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Joy-Based News Values: Why They Should Be Our New Normal

This article is written by a student writer from the Her Campus at MSU chapter.

Journalists are one of the most integral parts of society. 

They are keepers of stories, they document what is happening from the scene so as to give honest updates to those that need it. 

Even if not being called “journalists” until between the 16th and 19th centuries, humans have always passed pieces of themselves and their lives down in their writing. People have always told the stories of the world around them, and those who are not able to speak for themselves.

As the field of journalism has grown, we have seen many things become commonplace that were once unheard of. Women are journalists and class no longer inhibits your ability to pursue a career in the field. One thing I personally am hoping to see become commonplace, and one of my biggest passions within the field is known as the Joy-based News Values.

Most stories are written following baseline “news values”. Some of the most commonly taught and accepted news values are: prominence, proximity, timeliness, impact, conflict, and unusualness. When writing a story, or when looking for a story you search out these aspects because they make for better articles that will be viewed.

However, a professor at Michigan State University, Perry Parks, is working to introduce new news values! Amongst these new values are humility, perspective, compassion, generosity, acceptance, and forgiveness. 

The idea of these isn’t to fill the media with “fluff” but rather to combat the part that news has in the current mental health epidemic. This allows for journalists to still give “hard” news, and the things that we provide to the public as a duty. But instead of stating the tragedy and leaving it at that, joy-based news values allow us to perform our duty to the public but give us the power to change the feeling that we leave the public.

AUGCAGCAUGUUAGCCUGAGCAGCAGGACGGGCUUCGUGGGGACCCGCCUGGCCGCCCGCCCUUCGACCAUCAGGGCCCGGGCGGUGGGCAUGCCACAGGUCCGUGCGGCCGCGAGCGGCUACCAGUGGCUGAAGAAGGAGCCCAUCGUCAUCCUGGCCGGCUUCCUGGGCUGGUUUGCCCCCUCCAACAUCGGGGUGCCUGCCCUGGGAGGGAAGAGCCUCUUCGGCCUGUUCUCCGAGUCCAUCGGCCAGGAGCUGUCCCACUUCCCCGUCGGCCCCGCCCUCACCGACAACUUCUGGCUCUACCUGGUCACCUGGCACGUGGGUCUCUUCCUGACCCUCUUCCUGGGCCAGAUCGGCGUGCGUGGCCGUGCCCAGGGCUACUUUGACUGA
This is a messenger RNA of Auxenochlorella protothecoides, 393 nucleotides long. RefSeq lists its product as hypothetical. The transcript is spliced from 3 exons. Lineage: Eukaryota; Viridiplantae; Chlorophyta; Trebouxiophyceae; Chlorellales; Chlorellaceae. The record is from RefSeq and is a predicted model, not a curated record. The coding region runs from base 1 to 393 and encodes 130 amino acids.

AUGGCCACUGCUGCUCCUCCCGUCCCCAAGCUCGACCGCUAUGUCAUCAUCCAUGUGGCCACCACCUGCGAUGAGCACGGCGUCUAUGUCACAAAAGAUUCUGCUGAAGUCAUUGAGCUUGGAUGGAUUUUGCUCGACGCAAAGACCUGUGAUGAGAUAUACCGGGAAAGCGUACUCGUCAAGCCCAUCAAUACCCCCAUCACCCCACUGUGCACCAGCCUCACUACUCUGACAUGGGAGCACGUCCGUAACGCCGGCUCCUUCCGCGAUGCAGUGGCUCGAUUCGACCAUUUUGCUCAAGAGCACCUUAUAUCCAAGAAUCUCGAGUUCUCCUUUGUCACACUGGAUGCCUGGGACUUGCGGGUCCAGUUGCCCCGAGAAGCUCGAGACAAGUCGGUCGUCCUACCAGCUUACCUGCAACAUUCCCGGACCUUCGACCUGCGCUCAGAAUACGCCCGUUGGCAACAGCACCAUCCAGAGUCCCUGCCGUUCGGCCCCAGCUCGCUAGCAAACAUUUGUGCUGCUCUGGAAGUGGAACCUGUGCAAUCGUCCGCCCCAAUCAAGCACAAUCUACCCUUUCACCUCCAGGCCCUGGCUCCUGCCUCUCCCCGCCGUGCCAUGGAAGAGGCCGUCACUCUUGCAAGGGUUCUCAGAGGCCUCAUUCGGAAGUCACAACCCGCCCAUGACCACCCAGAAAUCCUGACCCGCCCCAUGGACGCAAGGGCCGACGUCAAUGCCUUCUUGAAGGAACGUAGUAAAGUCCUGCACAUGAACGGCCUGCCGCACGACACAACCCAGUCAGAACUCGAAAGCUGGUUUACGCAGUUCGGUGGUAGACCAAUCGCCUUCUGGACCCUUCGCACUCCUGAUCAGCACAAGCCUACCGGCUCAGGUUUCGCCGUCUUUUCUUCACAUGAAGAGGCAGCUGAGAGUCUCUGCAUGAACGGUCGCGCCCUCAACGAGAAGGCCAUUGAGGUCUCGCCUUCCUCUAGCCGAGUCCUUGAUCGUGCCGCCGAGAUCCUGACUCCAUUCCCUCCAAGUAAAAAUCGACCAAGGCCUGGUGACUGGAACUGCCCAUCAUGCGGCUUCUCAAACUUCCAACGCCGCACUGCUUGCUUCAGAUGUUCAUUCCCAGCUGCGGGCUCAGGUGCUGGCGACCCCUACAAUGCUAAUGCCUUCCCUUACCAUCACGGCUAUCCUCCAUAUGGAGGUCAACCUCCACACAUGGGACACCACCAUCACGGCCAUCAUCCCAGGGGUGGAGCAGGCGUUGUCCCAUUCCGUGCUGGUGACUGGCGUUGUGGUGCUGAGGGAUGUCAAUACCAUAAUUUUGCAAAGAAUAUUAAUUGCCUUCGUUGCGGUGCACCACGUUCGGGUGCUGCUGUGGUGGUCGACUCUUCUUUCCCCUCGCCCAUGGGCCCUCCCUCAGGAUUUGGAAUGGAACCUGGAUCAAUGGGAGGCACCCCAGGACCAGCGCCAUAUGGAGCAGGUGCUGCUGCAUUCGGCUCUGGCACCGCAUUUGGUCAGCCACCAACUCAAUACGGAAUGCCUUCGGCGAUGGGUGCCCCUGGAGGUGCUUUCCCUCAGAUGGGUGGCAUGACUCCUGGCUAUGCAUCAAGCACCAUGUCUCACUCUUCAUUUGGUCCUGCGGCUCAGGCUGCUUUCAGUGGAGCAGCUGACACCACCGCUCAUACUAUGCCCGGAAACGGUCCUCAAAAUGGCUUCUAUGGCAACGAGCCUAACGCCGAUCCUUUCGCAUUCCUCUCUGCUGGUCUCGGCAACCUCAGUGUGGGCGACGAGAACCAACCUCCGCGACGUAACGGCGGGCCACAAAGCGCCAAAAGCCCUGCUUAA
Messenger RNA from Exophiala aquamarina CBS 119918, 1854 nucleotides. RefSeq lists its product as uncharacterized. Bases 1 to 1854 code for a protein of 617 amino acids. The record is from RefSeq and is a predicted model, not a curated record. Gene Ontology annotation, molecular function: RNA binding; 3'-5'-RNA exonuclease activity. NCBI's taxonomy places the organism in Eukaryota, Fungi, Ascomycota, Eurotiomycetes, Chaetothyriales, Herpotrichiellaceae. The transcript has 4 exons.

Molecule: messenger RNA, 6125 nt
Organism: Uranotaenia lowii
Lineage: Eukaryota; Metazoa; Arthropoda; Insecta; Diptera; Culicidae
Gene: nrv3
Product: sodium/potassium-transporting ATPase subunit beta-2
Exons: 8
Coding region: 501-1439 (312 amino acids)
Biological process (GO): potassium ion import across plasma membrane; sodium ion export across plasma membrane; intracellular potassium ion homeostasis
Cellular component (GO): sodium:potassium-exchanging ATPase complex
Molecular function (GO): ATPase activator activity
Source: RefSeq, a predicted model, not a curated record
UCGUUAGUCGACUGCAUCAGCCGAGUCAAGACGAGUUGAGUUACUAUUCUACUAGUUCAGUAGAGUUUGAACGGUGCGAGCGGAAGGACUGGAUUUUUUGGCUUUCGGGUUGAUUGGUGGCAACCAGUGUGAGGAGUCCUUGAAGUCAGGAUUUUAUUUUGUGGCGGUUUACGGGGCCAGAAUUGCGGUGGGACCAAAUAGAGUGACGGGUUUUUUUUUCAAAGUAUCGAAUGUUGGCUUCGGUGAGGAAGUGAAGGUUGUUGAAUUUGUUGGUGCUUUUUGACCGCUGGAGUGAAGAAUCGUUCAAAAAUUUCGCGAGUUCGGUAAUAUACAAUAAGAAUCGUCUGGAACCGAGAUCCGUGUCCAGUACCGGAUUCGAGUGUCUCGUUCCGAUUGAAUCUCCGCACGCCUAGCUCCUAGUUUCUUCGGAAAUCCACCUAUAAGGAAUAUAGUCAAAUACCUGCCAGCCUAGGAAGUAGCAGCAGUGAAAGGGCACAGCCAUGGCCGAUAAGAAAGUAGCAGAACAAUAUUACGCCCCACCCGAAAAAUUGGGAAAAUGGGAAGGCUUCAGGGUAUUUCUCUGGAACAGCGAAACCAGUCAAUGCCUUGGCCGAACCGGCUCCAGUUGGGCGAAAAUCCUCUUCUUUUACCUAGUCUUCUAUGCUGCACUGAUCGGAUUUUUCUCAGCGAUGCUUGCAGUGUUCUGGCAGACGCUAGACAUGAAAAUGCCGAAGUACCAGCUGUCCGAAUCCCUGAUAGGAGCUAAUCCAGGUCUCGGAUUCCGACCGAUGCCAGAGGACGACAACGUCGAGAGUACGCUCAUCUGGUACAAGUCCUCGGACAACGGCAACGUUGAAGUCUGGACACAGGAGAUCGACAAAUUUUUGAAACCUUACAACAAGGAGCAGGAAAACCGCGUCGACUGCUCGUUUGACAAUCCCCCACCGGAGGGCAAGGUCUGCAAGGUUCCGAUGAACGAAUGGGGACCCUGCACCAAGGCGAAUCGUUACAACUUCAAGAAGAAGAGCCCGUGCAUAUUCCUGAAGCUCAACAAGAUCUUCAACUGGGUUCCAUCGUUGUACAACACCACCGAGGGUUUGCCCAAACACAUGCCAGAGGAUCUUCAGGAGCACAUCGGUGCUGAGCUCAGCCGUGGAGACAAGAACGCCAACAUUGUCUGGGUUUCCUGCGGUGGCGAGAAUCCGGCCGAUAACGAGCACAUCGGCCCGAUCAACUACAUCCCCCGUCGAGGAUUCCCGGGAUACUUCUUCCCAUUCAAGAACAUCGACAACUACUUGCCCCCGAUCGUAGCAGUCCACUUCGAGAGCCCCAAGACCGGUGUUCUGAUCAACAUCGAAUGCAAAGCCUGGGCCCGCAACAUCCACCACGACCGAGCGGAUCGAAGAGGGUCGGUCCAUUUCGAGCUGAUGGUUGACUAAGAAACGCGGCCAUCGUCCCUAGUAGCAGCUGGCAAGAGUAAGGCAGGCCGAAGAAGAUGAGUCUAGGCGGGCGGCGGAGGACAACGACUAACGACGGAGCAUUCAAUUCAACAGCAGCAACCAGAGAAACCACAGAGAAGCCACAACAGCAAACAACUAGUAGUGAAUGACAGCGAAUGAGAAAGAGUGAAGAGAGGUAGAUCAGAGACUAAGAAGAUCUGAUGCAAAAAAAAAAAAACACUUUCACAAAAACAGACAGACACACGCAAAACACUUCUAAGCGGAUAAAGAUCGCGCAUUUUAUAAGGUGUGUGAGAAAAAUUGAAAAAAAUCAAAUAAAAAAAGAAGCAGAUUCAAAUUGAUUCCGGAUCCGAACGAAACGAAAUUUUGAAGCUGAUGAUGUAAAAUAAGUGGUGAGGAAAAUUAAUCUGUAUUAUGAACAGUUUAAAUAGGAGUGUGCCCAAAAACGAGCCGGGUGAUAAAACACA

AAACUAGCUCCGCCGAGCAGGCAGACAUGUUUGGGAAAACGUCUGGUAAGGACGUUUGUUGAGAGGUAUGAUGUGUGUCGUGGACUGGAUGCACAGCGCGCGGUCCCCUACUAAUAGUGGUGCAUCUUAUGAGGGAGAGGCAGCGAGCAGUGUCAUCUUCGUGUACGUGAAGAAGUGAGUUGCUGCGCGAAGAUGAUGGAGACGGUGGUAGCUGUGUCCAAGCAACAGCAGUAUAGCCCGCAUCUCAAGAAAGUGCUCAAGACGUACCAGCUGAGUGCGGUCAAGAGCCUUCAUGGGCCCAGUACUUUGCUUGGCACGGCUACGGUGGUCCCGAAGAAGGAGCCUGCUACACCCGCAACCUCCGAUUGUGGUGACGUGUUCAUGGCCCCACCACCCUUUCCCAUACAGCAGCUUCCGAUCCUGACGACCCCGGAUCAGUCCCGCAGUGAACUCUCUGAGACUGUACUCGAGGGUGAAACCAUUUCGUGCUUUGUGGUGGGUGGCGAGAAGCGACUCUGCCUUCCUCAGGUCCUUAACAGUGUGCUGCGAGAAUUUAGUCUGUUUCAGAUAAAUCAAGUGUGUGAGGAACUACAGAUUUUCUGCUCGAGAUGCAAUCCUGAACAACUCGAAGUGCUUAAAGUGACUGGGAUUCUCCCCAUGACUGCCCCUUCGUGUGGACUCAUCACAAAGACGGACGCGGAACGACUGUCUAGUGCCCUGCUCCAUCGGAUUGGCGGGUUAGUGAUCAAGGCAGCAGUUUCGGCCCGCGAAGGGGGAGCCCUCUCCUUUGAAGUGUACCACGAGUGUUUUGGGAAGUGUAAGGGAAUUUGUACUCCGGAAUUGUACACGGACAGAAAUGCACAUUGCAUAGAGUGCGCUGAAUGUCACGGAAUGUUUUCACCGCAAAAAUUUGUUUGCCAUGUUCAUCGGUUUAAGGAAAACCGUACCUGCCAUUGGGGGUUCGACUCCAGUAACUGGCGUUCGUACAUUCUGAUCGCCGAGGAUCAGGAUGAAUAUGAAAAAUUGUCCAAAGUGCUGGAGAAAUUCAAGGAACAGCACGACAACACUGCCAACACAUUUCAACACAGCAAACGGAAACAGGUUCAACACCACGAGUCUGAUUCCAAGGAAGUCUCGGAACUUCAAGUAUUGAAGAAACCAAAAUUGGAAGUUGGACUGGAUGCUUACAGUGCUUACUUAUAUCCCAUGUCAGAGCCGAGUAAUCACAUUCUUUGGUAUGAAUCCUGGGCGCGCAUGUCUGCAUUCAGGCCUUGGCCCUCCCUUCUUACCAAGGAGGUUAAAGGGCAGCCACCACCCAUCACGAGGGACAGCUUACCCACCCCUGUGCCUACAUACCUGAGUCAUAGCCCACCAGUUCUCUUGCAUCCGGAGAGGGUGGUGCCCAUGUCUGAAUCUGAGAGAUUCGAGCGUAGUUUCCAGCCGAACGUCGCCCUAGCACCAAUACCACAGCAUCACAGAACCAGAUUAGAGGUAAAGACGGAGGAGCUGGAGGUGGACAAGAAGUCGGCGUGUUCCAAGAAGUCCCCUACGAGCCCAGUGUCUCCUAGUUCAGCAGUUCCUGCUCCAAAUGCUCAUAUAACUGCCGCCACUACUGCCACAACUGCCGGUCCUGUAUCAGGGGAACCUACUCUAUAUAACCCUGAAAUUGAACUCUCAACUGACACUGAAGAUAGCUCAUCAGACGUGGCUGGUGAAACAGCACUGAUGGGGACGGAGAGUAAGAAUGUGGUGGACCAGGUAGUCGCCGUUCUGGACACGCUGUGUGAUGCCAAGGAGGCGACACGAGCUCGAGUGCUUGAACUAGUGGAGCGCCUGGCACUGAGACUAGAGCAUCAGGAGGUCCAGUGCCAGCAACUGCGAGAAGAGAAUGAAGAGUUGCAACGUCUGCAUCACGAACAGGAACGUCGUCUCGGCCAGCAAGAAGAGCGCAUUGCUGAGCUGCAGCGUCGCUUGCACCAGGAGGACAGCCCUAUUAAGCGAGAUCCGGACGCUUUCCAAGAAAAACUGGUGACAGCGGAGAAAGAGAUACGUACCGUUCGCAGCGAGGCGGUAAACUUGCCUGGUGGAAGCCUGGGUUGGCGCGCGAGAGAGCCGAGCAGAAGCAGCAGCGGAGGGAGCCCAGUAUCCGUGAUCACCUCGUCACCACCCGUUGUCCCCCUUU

When using joy as a news value we can get important hard-hitting news to people, and then inform them of what is being done to help, who is helping, and how they can be a part of it.

In a world where news is EVERYWHERE, there is no headline you seem to be able to avoid. In public there are posters on storefronts and newspapers by doorways, online there are notifications from every app you can imagine, and even in conversation, someone brings up a headline they saw earlier. Due to the unavoidable nature of media, it is important that journalists take responsibility for the power of what they put into the world, and what they are leaving to be taken away from each article.

A shift in news values isn’t a change that requires new computer software, or a new version of the AP Stylebook, it is just a shift in mindset so that when you close your computer or set the pen down, you have a little more faith in the world, and you give the same to your readers.

Cassidy Howard is in her second year at Michigan State, and her second semester with Her Campus. She is a social media assistant for the Michigan State Chapter. She is pursuing a major in journalism and a minor in creative writing. She loves writing in all forms and has had poetry shared in a global conference connected to the Corona Multimedia Showcase and was a member of the 2021 InsideOut Youth Performance Troupe, sponsored by Toyota, in addition to being able to perform some poetry on PBS’ Detroit Performs. More recently she has had poems shared in The State News and performed at MSU's 2023 FemFest. When not writing articles or working on her first published book of poetry she loves to listen to music and spend time with her cats- Thomas and Shadow.